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“We are preparing the 1041 form for the final year and wanted to know how should I calculate the cost. Would step-up or carryover basis apply, and when? ======>In general, a trust has a "carryover" basis, meaning the trust has the same basis as the grantor. There are exceptions. If the trust is a testamentary trust, and the grantor is dead, the property obtains a new basis, equal to fair market value.
“do we use the cost of the house at the time it was given to the trust? the original price? or maybe the date of death when the last trustor died?”=====>.FMV of DOD is the basis. It is a complex trust when the grantor died. Form 1041 needs to be filed as long as the trust meets the filing threshold. Income prior to DOD needs to be reported on the grantors’ 1040. Income received after theDOD needs to be reported on Form 1041.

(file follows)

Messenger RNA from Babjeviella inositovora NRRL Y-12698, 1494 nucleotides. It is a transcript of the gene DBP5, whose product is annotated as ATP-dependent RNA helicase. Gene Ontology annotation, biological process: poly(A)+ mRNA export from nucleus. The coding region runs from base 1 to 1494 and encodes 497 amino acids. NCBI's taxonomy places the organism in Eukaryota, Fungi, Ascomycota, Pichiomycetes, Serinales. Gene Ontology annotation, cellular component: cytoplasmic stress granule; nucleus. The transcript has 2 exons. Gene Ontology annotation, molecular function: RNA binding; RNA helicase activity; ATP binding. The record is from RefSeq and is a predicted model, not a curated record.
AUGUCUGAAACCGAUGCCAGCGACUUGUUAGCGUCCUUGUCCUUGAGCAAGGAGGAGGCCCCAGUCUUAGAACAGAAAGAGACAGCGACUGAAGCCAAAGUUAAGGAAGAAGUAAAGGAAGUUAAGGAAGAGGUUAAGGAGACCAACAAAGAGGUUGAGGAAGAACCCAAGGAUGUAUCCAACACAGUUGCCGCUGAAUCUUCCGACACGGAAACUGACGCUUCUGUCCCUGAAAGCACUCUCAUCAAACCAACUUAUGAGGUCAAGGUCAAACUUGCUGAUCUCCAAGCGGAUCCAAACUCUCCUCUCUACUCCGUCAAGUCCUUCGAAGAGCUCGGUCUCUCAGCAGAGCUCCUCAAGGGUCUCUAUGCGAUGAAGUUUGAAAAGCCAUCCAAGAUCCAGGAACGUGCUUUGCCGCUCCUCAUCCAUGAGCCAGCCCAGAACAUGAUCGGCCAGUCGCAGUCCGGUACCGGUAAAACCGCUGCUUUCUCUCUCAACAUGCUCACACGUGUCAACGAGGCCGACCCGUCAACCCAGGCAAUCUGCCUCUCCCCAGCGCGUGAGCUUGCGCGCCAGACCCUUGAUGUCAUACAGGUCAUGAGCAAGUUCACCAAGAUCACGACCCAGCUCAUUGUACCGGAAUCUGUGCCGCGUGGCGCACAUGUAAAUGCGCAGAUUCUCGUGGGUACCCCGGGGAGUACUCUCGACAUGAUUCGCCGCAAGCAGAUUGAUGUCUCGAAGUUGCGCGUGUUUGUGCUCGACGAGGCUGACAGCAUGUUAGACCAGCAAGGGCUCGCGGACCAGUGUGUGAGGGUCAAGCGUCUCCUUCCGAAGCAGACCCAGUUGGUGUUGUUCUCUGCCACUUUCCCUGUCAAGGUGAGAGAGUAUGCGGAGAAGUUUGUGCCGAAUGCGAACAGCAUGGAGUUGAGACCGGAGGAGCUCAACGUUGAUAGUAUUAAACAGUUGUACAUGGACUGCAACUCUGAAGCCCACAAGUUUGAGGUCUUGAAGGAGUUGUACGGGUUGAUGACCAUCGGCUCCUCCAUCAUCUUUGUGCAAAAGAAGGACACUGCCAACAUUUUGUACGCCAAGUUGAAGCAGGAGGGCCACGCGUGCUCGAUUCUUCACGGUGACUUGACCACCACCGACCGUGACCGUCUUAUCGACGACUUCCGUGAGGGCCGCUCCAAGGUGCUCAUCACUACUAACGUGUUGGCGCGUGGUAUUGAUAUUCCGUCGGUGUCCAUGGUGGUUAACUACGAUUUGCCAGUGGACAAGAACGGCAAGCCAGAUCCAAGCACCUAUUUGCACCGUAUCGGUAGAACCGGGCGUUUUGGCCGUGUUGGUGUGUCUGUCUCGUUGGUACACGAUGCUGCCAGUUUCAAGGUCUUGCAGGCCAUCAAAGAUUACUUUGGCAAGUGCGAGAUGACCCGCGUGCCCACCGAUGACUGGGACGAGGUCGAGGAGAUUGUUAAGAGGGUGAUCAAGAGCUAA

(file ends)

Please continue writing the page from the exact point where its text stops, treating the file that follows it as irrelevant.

“Also, after the house was sold, the trustee distributed the proceeds of the sale of the house to the beneficiaries. Do we need to give them any kind of paperwork? Assuming there was no gain on the house, would they receive a K-1 form after we file the 1041 for the distributions of sale of the house? “====>An estate or trust’s income retains its character, and so beneficiaries must be informed of this character. The Sch K-1 ofForm 1041 gives the beneficiary the specific allocation between all items of income, allowing easy transfer from the K-1 to the beneficiary’s Form 1040.When there is one income beneficiary, the total amount of the income distribution deduction (IDD) is shown on a single Schedule K-1, with allocations made between the different types of income. When there are multiple beneficiaries, you’re required to prepare a separate K-1 for each, with the total IDD divided among the beneficiaries on their K-1s in the same proportion as the distributions were made. Sch K-1 allows your beneficiary to separate his or her income distribution into all the sorts of income received by the trust or estate. Because it is an attachment to Form 1041, you must distribute a copy of it to the income beneficiaries no later than the due date for Form 1041, as extended. Remember, the beneficiaries can’t prepare their 1040s until they receive their K-1s from you. Distributions from the trust to a beneficiary create a new set of potential tax liability issues. Federal income tax laws and state income tax laws in those states that actually collect an income tax do not consider trust distributions to be income for the beneficiary. Therefore, trust distributions do not create income tax liability for the beneficiary. However, several states impose an inheritance tax on trust beneficiaries. The inheritance taxes generally have a minimum threshold, which means if the trust distribution is small enough, then you will not need to worry about the inheritance tax. If your distribution from the trust exceeds the minimum threshold in your state, then you as the beneficiary may have to pay some inheritance tax to your state government.